A computerized math program is producing dramatic gains among students at one of Greenville County’s struggling middle schools.
Using the I CAN Learn math lab, developed and marketed by JRL Enterprises of New Orleans, students at Tanglewood Middle have learned twice as much in three months, on average, as middle school students usually learn in a year, according to Principal Dennis Dotterer.
“Statistically speaking, it blows the average away,” he said.
On a test called Measuring Academic Progress, the typical sixth-grader gains four to five points from the time they take the test in the fall until they take it again in the spring, Dotterer said.
The average growth among students using I CAN Learn Math was 10 points, he said.
In the program, each student has a computer and headphones, with the monitor embedded beneath a glass desktop to allow them to take notes as they work.
It uses real life examples, videos and multiple-choice quizzes that allow students to progress at their own pace. The teacher monitors each computer from her own and works with students individually and in small groups as problems arise.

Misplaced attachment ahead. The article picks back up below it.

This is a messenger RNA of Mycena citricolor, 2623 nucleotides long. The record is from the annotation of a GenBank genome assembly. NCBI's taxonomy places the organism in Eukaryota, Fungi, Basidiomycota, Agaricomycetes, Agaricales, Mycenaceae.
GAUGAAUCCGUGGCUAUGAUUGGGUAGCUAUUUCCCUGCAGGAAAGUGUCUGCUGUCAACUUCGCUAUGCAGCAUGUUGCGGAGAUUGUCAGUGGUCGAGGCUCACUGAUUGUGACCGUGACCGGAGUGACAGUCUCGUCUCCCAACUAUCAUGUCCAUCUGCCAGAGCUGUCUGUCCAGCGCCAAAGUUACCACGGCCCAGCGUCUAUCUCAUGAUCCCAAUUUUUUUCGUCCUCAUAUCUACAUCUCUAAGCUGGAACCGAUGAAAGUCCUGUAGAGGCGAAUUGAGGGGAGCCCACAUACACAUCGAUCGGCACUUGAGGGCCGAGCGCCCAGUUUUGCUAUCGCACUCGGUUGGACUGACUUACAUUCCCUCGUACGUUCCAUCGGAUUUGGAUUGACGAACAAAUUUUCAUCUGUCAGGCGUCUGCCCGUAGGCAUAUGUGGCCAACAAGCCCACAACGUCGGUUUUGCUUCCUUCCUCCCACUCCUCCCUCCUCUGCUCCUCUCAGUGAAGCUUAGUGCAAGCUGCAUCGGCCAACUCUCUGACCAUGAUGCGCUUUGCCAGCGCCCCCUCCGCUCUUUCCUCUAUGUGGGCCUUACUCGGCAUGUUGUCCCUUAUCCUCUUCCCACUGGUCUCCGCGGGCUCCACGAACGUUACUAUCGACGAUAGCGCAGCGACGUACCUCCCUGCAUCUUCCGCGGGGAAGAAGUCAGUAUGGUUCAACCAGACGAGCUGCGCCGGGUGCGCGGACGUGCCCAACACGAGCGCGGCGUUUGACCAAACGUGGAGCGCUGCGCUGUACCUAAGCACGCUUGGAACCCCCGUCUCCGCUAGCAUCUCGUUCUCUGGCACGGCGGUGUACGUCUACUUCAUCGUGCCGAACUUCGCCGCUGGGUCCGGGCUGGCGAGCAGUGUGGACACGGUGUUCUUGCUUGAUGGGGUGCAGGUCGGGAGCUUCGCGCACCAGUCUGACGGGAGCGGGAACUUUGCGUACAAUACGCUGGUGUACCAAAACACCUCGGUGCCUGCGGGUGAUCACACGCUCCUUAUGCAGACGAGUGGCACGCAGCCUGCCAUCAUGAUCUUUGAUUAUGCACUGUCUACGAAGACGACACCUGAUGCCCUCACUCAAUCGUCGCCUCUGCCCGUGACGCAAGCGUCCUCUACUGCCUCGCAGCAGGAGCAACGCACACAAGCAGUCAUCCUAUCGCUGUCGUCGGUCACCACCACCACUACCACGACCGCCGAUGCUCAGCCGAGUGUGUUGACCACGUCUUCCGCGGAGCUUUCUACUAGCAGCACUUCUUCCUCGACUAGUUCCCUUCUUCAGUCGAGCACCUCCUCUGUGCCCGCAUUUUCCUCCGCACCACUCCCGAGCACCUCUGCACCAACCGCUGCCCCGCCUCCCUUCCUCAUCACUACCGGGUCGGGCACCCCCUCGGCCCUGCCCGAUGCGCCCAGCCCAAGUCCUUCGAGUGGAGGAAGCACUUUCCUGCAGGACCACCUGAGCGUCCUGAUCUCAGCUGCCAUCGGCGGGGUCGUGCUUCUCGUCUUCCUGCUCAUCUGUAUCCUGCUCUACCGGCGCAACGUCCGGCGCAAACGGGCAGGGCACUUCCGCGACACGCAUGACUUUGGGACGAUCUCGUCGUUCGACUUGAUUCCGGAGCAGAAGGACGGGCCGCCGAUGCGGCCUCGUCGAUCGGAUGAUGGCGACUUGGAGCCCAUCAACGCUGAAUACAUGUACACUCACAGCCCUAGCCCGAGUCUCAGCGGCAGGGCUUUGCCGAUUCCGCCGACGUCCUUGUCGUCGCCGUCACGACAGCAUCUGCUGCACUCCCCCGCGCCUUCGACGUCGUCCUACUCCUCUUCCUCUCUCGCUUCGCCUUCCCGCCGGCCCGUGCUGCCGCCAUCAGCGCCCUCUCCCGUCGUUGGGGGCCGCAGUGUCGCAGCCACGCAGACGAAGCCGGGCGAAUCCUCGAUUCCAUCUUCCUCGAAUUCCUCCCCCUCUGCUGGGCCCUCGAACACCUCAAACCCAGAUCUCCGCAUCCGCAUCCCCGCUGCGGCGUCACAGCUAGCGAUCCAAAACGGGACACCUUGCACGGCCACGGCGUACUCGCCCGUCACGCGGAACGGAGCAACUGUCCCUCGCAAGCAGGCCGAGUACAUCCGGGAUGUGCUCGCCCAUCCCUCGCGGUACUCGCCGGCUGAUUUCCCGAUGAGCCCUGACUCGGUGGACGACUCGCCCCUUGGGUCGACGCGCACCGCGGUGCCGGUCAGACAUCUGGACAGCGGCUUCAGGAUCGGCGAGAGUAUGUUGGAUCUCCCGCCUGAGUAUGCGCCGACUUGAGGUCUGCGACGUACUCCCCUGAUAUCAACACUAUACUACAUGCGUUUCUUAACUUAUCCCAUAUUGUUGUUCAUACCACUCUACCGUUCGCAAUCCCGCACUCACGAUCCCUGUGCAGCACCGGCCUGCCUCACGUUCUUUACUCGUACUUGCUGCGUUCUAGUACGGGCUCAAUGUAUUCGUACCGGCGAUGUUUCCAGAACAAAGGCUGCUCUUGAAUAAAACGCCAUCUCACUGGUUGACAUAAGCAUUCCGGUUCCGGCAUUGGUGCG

“I can’t think of a student in here who wants to go back to the old way of doing math,” said teacher Jennifer Driscoll.
The program is effective because it approaches various styles of learning: students hear, see and write what they’re being taught.
Dotterer said he hopes the program will help his school’s scores on the Palmetto Achievement Challenge Test, which have put the school in “restructuring” status because of its failing to make adequate yearly progress as determined by the federal No Child Left Behind law.
John Lee, president of JRL Enterprises, the company that developed and markets the math lab, said he and his partner based the program on what they learned by observing teachers who were effective in helping at-risk and minority inner-city children in New Orleans.
“It’s just simply taking good pedagogy from the teachers and capturing it into a format that the MTV generation and Nintendo generation enjoys,” he said.
In testing the program at an all-black high school, students were learning 53 percent faster and retaining 38 percent more of what they learned, he said.
The I CAN program, which stands for Interactive Computer Aided Natural learning, is now being used by about 150,000 students at more than 500 schools in at least 30 states, although only a handful have been installed in South Carolina schools, Lee said.